61 Methadone Efficacy Improves overall survival Improves retention in treatment Decreases heroin and other drug use Decreases HIV and hepatitis seroconversion Decreases criminal activity Increases social functioning Improves birth outcomes Strain EC, Stitzer ML. Methadone Treatment for Opioid Dependence

62 Buprenorphine 10/02 FDA approval to treat opioid dependence Partial opioid agonist Available in primary care Fiellin DA, O’Connor PG. N Engl J Med. 2002;347:

63 Buprenorphine/Naloxone (Suboxone ® ): Decreases abuse potential by injection route –Sublingual use: predominantly buprenorphine effect –Parenteral use: predominantly naloxone effect

64 Buprenorphine Treatment Efficacy and retention comparable to methadone Milder withdrawal symptoms Very low risk of overdose Decreased risk of abuse and diversion (buprenorphine/naloxone) Johnson RE, Chutuape MA, Strain EC, Walsh SL, Stitzer ML, Bigelow GE. New Engl J Med. 2000;343:

65 12-Step Programs

66 Alcoholics Anonymous (AA) Narcotics Anonymous (NA) Cocaine Anonymous (CA) Focus on abstinence Life long participation is emphasized Use of sponsor encouraged Free Research on effectiveness* *Morgenstern J, Bux D, Labouvie E, Blanchard KA, Morgan TJ. J Stud Alcohol. 2002;63:

67 Mitral Valve Replacement (5/00) St. Jude’s prosthetic valve Surgery successful without complications -42 y/o male -11/99 endocarditis -HIV +, HCV + CD /00 SMA thrombosis, small bowel resection -LVEF 40% -3/00 Methadone program

68 Primary Care (11/00) Primary care follow up with HIV RN Methadone treatment Urine tox screens documented 3-4 months abstinence  alcohol use, 5 drinks/day Returned to full-time employment Weight  lbs -42 y/o male -11/99 endocarditis -HIV +, HCV + CD /00 SMA thrombosis, small bowel resection -LVEF 40% -3/00 Methadone program -5/00 MVR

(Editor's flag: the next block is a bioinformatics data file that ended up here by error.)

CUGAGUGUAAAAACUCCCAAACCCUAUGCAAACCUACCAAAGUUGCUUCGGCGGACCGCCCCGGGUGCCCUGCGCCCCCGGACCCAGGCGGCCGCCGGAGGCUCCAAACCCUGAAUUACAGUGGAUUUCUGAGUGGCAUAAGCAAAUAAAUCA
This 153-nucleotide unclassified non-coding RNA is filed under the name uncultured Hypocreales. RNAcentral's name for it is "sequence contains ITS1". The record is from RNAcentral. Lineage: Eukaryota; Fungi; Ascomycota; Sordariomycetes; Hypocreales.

69 Primary Care (4/01) Heavy alcohol use, withdrawal; alcohol on breath, “had a nip this morning” “Sniffed a bag or so”; no IDU Anhedonia; no suicidal ideation CD4 313 Medications: lisinopril, methadone, warfarin Dx: depression Rx: fluoxetine, psychiatric referral ART not prescribed -42 y/o male -11/99 endocarditis -HIV +, HCV + CD /00 SMA thrombosis, small bowel resection -LVEF 40% -3/00 Methadone program -5/00 MVR

70 Addiction Hospital (7/01) 1 pint vodka/day past several months Recent IV heroin use Symptoms: sweats, nausea, vomiting, diarrhea, abdominal & muscle cramps, body aches, chills, anxiety, depression, sleep disturbance, and visual hallucinations Discharge summary: PCP never called; no HIV diagnosis

71 Potential Benefits of Linking Primary Care (PC) and Substance Abuse (SA) Services Patient Perspective –Facilitates access to SA treatment and PC –Improves substance abuse severity and medical problems –Increases patient satisfaction with health care Societal perspective –Reduces health care costs –Diminishes duplication of services –Improves health outcomes Samet JH, Friedmann P, Saitz R. Arch Intern Med. 2001; 161:

72 Primary Care (10/01) Administrative taper from methadone program for threatening behavior Alcohol use: ½–1 six pack/day New sexual partner –100% condom use CD4 302, HVL 7000 No ART -42 y/o male -11/99 endocarditis -HIV +, HCV +, CD /00 SMA thrombosis, small bowel resection -LVEF 40% -3/00 Methadone program -5/00 MVR -7/01 Addiction treatment

73 Primary Care (12/01) Married (11/01) Not willing to decrease alcohol use –Discussed pros and cons –Suggested recovery as “wedding present” ART deferred pending improvement in alcohol use -42 y/o male -11/99 endocarditis -HIV +, HCV +, CD /00 SMA thrombosis, small bowel resection -LVEF 40% -3/00 Methadone program -5/00 MVR -7/01 Addiction treatment

74 Should Antiretroviral Therapy Be Started in the Patient Who Continues to Abuse Substances?

75 Current IDU and ART HIV-infected persons first prescribed ART between (n=578) –classified as current IDU, former IDU, or non drug user Current IDUs were less likely to suppress their HIV-1 RNA to <500 copies/mL compared to non-drug users. Former IDUs were not less likely to achieve HIV-1 suppression compared to non-drug users. Palepu A, Tyndall M, Yip B, O’Shaughnessy MV, Hogg RS, Montaner JSG. JAIDS.2003;32:

76 Treatment Options If in recovery, ART should be considered in the same manner as with a patient without this history. It is reasonable to defer ART in active drug or alcohol users depending on CD4 count. Promoting optimal adherence and substance abuse treatment will influence positive outcomes. Sherer R. JAMA. 1998;280: